The new Netflix thriller: I Came By, starring Hugh Bonneville

September 2, 20221565 min
I Came By. Hugh Bonneville as Hector in I Came By. Cr. Nick Wall/Netflix © 2022

The storyline of the series, I Came By, is the signature that graffiti artists Jay (Percelle Ascott) and Toby (George MacKay) leave in the luxurious homes they break into as a reminder that no one is safe, not even the socially elevated ones. Jay wants to stop the petty theft, wishing to devote himself to the family he is starting with Naz (Varada Sethu).

When he tells Toby about the house of renowned judge Hector Blake (Hugh Bonneville), his partner tries to convince him to go there with him. Jay refuses, and Toby breaks in alone. Once inside the property, he makes a terrible discovery. Days pass and the young man gives no sign of his life. His mother, Lizzie (Kelly Macdonald) and Jay set out to find him…

After starting in horror films with Under the Shadow and Wounds, Babak Anvari directs a dark and violent thriller with I Came By. A feature film in which he manages to thwart the spectator’s expectations on several occasions, making brutal reversals of fortune and not hesitating to sacrifice certain central characters to focus on others. Despite an anecdotal aesthetic and poorly delivered ellipses, the film offers some lovely moments of tension and shows natural cruelty.

Accustomed to characters full of bonhomie (Paddington, Monuments Men, Downtown Abbey), Hugh Bonneville finds an unprecedented role as a sadist. A horrible individual hiding behind his title and his benevolence and surface smiles, he is reminiscent of other scoundrels who are good at pretending to be good people.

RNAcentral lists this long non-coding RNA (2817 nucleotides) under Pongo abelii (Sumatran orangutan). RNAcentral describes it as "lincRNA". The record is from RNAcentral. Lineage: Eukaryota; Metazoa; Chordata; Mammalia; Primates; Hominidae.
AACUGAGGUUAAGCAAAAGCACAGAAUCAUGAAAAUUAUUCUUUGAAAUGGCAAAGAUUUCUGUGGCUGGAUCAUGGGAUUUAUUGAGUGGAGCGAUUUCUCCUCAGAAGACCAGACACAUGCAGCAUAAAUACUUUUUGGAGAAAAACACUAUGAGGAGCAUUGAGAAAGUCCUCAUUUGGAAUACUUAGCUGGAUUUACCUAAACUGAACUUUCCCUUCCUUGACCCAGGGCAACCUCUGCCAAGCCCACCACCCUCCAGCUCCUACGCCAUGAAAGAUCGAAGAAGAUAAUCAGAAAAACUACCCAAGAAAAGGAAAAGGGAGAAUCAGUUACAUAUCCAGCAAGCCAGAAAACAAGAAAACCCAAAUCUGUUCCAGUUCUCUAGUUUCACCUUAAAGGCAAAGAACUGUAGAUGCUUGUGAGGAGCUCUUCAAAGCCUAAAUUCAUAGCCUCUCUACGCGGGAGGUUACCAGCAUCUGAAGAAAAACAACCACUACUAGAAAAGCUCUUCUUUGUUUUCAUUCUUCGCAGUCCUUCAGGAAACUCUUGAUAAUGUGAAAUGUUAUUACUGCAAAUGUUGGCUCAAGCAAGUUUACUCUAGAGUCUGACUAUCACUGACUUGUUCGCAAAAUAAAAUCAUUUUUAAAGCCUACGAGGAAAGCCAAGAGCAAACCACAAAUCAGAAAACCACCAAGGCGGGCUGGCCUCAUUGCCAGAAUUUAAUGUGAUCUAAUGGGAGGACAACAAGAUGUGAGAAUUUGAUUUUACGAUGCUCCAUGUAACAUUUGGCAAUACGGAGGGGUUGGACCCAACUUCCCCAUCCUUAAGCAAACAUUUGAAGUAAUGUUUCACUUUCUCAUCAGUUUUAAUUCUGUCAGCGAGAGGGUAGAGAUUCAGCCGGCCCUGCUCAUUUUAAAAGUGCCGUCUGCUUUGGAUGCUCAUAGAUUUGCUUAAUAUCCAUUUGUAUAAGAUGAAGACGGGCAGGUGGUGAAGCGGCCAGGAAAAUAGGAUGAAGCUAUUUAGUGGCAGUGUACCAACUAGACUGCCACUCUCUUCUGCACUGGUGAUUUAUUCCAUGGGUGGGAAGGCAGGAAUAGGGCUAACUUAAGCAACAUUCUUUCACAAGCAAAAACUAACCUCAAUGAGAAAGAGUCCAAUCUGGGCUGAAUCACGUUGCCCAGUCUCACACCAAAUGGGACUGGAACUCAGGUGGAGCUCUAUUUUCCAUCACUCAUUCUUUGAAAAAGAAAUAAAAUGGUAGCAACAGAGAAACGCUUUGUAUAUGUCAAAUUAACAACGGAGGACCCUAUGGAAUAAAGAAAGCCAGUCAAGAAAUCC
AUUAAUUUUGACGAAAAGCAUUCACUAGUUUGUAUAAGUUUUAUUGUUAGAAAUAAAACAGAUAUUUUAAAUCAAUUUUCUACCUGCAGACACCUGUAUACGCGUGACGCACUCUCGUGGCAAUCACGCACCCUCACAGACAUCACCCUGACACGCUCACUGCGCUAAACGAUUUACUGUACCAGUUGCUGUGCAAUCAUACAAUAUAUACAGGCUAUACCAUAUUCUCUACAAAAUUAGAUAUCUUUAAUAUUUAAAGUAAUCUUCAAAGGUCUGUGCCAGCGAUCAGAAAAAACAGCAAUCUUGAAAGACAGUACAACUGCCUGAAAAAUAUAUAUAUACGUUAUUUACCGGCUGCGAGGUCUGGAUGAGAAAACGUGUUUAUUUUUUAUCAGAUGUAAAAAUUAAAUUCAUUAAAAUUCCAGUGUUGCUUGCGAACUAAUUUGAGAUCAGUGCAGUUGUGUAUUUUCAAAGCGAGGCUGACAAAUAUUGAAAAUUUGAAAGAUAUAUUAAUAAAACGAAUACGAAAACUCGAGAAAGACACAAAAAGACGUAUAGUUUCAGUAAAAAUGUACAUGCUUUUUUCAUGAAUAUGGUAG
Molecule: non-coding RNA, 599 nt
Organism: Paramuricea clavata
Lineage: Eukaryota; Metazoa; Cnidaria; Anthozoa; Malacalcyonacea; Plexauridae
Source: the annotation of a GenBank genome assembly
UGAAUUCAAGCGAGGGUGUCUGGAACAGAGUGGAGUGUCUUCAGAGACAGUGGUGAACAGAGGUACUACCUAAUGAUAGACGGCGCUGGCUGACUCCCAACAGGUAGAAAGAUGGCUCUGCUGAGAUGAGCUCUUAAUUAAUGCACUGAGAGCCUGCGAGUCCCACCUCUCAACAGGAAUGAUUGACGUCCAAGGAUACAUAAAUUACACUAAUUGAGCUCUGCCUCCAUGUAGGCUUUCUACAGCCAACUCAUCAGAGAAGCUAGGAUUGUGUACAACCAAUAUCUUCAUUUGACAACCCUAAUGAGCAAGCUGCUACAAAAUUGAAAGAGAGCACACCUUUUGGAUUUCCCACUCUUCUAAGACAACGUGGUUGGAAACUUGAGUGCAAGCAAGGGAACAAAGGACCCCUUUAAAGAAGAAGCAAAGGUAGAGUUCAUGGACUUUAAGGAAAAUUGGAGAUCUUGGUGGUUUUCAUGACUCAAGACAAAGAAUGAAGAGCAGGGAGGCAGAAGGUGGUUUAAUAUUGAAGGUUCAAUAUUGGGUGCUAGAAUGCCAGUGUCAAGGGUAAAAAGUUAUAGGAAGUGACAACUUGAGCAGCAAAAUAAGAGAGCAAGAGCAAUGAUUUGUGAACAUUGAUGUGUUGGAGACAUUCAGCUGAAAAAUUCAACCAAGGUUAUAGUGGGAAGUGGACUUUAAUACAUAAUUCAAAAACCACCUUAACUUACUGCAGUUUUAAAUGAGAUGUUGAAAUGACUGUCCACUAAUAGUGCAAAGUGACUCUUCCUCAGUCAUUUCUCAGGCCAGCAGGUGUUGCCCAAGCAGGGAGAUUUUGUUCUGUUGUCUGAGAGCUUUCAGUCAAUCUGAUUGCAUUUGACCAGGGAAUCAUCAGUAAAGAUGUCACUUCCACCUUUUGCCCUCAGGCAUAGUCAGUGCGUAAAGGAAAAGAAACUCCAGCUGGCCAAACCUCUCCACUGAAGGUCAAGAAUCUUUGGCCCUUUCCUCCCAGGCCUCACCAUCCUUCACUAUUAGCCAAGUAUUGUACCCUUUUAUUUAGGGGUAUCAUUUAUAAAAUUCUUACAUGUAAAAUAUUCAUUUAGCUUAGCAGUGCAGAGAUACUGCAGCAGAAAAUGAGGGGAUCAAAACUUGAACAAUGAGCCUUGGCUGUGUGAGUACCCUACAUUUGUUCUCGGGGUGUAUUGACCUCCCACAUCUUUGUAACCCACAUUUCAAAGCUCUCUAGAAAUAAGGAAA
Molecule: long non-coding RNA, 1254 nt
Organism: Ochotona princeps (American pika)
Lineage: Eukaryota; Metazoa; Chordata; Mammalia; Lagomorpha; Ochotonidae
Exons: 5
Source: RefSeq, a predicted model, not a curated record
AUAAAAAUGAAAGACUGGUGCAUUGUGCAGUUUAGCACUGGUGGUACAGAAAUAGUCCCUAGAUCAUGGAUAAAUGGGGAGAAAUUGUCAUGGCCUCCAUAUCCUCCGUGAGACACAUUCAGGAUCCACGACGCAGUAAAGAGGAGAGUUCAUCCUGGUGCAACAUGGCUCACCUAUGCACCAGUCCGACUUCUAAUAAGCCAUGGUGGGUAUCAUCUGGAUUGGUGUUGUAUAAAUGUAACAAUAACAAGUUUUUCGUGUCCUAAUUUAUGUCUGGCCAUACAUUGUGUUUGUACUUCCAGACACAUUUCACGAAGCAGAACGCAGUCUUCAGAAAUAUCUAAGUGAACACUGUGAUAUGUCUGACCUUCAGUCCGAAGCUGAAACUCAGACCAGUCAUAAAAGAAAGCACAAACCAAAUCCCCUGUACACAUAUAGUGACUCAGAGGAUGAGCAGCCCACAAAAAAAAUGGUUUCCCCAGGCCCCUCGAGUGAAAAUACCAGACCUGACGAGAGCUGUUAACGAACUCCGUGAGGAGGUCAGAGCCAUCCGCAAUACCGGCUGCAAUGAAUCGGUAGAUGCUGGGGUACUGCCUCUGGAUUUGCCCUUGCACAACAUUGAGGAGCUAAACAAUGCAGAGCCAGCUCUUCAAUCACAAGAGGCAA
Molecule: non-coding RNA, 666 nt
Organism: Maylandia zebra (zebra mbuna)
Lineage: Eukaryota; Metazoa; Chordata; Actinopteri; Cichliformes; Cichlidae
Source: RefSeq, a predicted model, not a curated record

The murderer who can commit atrocities while maintaining his candy cane mask is Richard Attenborough in Richard Fleischer’s excellent Rillington Place Strangler. The actor plays John Christie, a real-life serial killer who posed as a doctor to lure his victims. The look on his face during his murders, filmed in silence and through close-up shots in cramped, dingy rooms, is terrifying.

In Mark Pellington’s Arlington Road, Jeff Bridges sinks into paranoia, convinced that his lovable neighbours, played by Tim Robbins and Joan Cusack, are planning a terrorist attack. Shia LaBeouf also has a bad feeling about David Morse, who lives next door, in Paranoia, a modern retelling of Rear Window.

In Misery, the terrifying Annie Wilkes (Kathy Bates) is slow to reveal her true nature to writer Paul Sheldon (James Caan), whom she takes in after a car accident. More recently, in the effective Midnight Silence, a killer (Wi Ha-joon) stalks a deaf-mute mother (Kil Hae-yeon) and daughter (Jin Ki-joo) through the streets of Seoul at night, always managing to evade the police with his ideal son-in-law air.

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